prices. INDIA L1XEXS. VICTORIA LAWNS, WHITE PIQUES AXD CAMBRICS AT OT
Watt, Shand & Company,
S AND 10 EAST KING STREET.
IlAGKIC & HKOTIIEK will continue the salcef Goods damaged only by water during
the recent fire en their premises.
WALL PAPER CAKPETS,
Mattings and Oil Cleths, Muslins and Sheetings,
Linens and Quilts, Woolens for Men's Wear, .
and Beady-Made Clothing, &c.,
All of the above have been marked at a vcrv low price, as we arc determined te close
tint the entire let.
The sale is going en daily from 6 a. m. until 7 p. m. Sattii day evenings until 9 o'clock in
store rooms in rear et main store.
As there was no damage te stock In main store room business there gees en as usual.
HAGER & BROTHER,
' NO. 25 WEST KING STBEE.T.
Seersuckers, blue, brown
stripes, best patterns
Seersuckers, fancy colored strqies...
Seersuckers, Yerk, lull assortment
stripes nnu colors
Zephyr Ginghams, choice, net te be
le.iud elsewhere at un y price
Zephyr (jlnghams, plaid and stripes
Zephyr tilnghams, bandana
Ilaudkercliicf Ulngliaius and plain col
ors te match
Tamise cloth, ecru, cashmere border.....
Chintz, polka dot, indigo, for suits
Cochcce Cambrics, choice
1'aclilc Cretonnes, great variety. ..$0 10, 12J. 15
Jacenet. Lawns, Frcrc Kerchlln 20
Paeltlc Lawns, great variety 0 10, 12J.;, 15
Cambric striped lawns MS
Jacenet lawns, last colors 05
uice lawns, wiilte, tinted and solid cot
ered grounds ,
Memlc cloths, printed
COTTON AXD WOOL.
I-aee Ituutlngs, all colors and black..
Mehairs, silk-striped ;....
Mehairs, 'English, clouded
Mohair lustres ,
Cashmeres, coachmen's colors
Suitings, English, fancy
Lace Huntings, colors and black. ,'iV,, 50,
Plain buntings of a new style, distinct
from the old and decidedly better than
any ether, all colors.
24 Inches 25
VA inches, double told 40, 50, Ml,
DcbeJges, French, cashmere-twilled, 22
Debelges, French, talleta :
32 inches, double leld .:
42 inches, double fold
Cashmeres, French :
Slieda cloth, French. 4 Indies
Memie cloth, French
Crape cloth, French
. 15, (HI
SIX SPECIMEN prices.
These arc fair samples et the bargains wc
have been giving for weeks In Linens:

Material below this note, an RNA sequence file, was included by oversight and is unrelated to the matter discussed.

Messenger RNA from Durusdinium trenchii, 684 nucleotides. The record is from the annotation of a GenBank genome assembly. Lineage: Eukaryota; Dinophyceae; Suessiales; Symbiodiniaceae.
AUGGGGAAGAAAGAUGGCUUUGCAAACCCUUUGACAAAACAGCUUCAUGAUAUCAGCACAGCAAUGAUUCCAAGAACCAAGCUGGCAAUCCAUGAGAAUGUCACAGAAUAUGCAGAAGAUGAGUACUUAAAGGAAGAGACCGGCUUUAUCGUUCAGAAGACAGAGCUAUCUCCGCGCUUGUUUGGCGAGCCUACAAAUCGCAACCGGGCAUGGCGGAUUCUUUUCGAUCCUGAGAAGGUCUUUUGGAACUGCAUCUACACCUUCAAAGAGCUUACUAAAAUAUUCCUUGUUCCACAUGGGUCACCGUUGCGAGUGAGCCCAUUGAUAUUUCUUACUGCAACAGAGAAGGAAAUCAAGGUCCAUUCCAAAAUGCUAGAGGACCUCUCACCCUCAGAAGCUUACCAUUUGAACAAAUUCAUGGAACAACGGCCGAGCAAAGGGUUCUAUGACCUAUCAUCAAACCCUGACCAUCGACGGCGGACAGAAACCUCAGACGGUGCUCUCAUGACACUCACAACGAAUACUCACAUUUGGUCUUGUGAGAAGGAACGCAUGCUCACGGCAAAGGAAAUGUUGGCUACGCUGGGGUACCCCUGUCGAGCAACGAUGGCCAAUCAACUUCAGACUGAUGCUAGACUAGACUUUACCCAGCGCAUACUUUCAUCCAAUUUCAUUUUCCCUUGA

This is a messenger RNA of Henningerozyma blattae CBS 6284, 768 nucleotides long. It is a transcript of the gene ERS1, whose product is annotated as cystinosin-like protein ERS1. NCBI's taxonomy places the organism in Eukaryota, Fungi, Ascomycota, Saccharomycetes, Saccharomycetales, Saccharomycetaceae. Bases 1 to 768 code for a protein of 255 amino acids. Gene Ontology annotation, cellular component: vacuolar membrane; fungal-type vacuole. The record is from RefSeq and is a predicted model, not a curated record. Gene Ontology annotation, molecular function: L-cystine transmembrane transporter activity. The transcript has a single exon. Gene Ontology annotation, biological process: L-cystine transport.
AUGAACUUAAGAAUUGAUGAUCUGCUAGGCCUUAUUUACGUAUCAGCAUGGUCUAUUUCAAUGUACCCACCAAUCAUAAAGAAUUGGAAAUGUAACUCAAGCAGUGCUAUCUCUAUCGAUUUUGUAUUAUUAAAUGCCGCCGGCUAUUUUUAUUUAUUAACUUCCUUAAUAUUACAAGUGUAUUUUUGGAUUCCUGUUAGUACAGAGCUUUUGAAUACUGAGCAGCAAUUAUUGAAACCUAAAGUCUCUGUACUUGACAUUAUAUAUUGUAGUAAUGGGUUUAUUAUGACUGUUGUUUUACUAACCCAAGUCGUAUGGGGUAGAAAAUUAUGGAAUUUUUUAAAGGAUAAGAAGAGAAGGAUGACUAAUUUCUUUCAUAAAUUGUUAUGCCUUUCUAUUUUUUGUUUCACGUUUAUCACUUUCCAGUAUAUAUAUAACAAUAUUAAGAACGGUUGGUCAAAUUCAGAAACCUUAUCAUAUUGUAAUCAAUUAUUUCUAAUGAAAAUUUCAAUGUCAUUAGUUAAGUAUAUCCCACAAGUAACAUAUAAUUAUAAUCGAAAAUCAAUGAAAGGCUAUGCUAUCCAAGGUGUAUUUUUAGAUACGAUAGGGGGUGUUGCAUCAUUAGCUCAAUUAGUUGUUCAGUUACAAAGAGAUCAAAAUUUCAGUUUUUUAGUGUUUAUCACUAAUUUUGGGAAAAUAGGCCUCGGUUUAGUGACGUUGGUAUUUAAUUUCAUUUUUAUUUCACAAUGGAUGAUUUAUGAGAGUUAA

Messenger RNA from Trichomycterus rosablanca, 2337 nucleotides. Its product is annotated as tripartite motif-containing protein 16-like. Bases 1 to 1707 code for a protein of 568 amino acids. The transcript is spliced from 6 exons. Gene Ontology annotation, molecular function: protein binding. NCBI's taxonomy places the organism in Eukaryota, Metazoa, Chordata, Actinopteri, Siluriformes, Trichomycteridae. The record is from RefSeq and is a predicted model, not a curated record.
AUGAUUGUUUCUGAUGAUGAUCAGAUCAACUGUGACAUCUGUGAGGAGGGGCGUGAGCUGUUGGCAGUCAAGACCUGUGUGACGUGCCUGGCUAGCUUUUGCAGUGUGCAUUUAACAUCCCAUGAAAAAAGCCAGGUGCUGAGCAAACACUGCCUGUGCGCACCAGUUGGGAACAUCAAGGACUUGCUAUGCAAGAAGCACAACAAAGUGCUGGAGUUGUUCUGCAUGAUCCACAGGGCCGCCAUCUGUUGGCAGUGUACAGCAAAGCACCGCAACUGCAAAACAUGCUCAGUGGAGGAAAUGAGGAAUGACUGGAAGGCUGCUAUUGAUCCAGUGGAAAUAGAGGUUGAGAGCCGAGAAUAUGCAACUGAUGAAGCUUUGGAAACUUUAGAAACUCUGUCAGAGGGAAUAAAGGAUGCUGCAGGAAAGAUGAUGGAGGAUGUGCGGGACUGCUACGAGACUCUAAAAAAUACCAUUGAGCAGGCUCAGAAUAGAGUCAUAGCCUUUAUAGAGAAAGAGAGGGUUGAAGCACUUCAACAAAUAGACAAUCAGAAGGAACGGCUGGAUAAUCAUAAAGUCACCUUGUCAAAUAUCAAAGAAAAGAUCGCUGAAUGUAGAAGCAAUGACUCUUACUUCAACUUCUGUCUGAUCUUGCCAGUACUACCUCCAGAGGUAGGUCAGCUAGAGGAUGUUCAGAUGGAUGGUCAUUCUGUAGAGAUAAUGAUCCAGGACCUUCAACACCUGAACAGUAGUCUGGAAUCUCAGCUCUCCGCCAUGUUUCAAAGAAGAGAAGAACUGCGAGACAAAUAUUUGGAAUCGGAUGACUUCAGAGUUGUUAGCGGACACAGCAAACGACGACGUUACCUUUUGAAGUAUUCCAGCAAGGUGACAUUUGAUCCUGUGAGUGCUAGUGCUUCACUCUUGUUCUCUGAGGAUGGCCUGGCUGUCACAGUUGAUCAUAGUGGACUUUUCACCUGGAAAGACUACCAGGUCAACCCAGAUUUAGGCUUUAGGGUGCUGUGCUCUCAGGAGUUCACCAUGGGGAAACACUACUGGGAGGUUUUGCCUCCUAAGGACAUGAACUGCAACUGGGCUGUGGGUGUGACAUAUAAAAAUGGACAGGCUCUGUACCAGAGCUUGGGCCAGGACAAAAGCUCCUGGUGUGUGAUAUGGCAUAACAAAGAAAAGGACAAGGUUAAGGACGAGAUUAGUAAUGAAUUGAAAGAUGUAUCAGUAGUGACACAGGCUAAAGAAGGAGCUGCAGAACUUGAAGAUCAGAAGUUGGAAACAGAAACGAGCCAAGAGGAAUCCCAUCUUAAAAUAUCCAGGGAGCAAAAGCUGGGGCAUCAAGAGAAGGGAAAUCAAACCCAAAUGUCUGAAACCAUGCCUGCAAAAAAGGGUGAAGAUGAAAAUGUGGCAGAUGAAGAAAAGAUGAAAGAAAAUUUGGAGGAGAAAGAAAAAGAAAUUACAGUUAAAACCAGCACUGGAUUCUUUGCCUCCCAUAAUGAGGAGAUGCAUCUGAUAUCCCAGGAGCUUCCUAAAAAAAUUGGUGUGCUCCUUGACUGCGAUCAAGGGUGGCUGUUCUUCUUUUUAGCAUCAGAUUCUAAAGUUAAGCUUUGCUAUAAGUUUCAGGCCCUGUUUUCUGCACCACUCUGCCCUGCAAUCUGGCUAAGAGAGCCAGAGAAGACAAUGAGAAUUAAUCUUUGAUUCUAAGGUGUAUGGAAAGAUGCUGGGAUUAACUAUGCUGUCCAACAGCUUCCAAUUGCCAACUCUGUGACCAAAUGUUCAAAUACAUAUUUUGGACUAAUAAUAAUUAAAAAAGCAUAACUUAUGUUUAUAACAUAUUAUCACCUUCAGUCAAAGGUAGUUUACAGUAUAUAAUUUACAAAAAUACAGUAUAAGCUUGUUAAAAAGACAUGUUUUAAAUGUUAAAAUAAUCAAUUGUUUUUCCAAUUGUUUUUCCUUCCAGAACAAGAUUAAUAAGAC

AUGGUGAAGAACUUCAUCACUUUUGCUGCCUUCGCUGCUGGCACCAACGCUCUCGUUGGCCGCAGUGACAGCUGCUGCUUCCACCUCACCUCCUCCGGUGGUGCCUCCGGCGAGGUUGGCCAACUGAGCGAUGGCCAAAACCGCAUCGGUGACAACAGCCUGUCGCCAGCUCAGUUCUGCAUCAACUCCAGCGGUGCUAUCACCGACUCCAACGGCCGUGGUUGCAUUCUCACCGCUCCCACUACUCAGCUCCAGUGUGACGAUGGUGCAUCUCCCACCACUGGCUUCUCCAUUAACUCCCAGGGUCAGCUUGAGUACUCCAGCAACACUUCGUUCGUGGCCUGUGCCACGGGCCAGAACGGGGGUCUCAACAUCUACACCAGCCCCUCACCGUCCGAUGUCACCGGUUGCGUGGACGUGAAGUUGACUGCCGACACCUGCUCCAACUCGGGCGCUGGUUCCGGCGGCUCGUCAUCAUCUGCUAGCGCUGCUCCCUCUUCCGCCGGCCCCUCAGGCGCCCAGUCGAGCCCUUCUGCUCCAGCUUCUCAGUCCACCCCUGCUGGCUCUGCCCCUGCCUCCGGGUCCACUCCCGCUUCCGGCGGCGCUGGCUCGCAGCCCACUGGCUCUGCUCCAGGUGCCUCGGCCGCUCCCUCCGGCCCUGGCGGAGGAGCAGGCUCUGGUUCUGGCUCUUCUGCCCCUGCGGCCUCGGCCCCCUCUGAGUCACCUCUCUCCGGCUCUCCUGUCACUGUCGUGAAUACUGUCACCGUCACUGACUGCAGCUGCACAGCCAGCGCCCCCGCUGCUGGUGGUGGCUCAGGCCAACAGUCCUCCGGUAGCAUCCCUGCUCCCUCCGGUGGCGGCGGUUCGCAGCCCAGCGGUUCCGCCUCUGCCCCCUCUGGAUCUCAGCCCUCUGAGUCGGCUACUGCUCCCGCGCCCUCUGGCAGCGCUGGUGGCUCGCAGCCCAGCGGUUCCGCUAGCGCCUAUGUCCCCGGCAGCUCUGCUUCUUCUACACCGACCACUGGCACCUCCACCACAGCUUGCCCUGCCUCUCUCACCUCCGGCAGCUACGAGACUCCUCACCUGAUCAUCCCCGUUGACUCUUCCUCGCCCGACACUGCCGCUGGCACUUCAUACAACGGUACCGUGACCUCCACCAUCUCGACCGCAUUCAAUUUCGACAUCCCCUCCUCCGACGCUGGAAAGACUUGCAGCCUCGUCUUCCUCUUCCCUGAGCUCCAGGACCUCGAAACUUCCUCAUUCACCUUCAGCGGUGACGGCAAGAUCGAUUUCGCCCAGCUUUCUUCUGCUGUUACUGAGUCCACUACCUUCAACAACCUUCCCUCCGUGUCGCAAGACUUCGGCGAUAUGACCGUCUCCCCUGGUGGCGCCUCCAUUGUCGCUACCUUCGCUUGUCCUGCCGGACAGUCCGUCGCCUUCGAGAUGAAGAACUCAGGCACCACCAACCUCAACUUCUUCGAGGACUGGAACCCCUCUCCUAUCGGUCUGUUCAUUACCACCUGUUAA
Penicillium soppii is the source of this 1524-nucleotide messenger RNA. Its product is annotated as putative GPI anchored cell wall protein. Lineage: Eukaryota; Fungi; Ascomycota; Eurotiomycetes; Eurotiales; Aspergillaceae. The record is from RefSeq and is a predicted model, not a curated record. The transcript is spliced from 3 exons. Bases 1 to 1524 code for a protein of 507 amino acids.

Huck Tewel, large and heavy $0 25
Iluek Tewel, Ccrman, knotted fringe... 25
Glass Toweling, per vnrd 12'
licrman blcacheil Table Linen...
German Napkins, Jj per de'zen..
Slur Linen, 20 incites, per yard..
MONDAY EVENING, AUGUST 2, 1880.
HANCOCK TO SHERMAN.
TIIK TEXT OF THE MUCH TLKEU
AIJOUT tETTKR OX THE
Tlie Army lu the Crisis of 1876.
A Tlieiighttiil Discussion of the Duty of Sol
diers Under the Law.
The follewinj; letter was written in re
ply te two letters en the situation received
from General Sherman :
CAr.exDi:i.ET P. O., St. Leuis,
December 28, 1870.
My Dear General : Your favor of the 4th
hist., reached me in New Yerk en the 5tb,
the day before I left for the West. I in
tended te reply te it before leaving, but
aires incident te my departure interfered.
Then again, since my arrival here I have
been se occupied with personal alFairs of a
business natute that I have deferred writ
ing from day te day until this moment,
and new I liud myself in debt te you an
other letter in acknowledgment of your
favor et the 17th, received a lew days since.
I have concluded te leave here en the 29th
(te-morrow) afternoon, se that I may be
expected in New Yerk en the 31st iust.
It has been cold and dreary since my arriv
al hoie. I have wuLcd " like a Turk" (I
presume that mean.? hard work) in the
country in making fences, cutting down
trees, repairing buildings, etc., etc., and
am at least able te s.ty that St. Leuis is
the coldest place in tli3 winter as it is the
hottest place in suuiau' of any that I have
encountered in a temperate zone. I hav
known St. Leuis in December te have ge
nial weather throughout the month ; this
December has been t'tigid and the river
has been frozen mere .solid than I have ever
When I heard the rumor that I was or
dered te the I'acilicceast I thought it prob
ably true, considering the past discussion
en that subject. The possibilities seemed
te me te point that way. Ilad it been true,
I should, of course, have presented no com
plaint nor made resistance of any kind. I
would have gene quickly,if net prepared te
go promptly. I certainly would have been
relieved from the responsibilities and anxi
eties cencernim; presidential matters.
which may fall te these near the throne or
in authority within the next four mouths,
as well as from ether incidents or matters
which I could net control and the action
concerning which I might net approve. I
was net exactly prepared te go te the Pa
cific, however, and I therefore felt relieved
when I received your note informing me
that there was no truth in the rumors.
Then I did net wish te appear te be escap
ing from responsibilities and possible dan
gers which may cluster around military
commanders in the East, especially in the
critical period fast approaching. " All's
well that ends well."
The whole matter of the presidency
seems te me te be simple and te admit of
a peaceful solution. The machinery for
such a contingency as threatens te present
itself has been all carefully prepared. It
only requires lubrication, owing te disuc.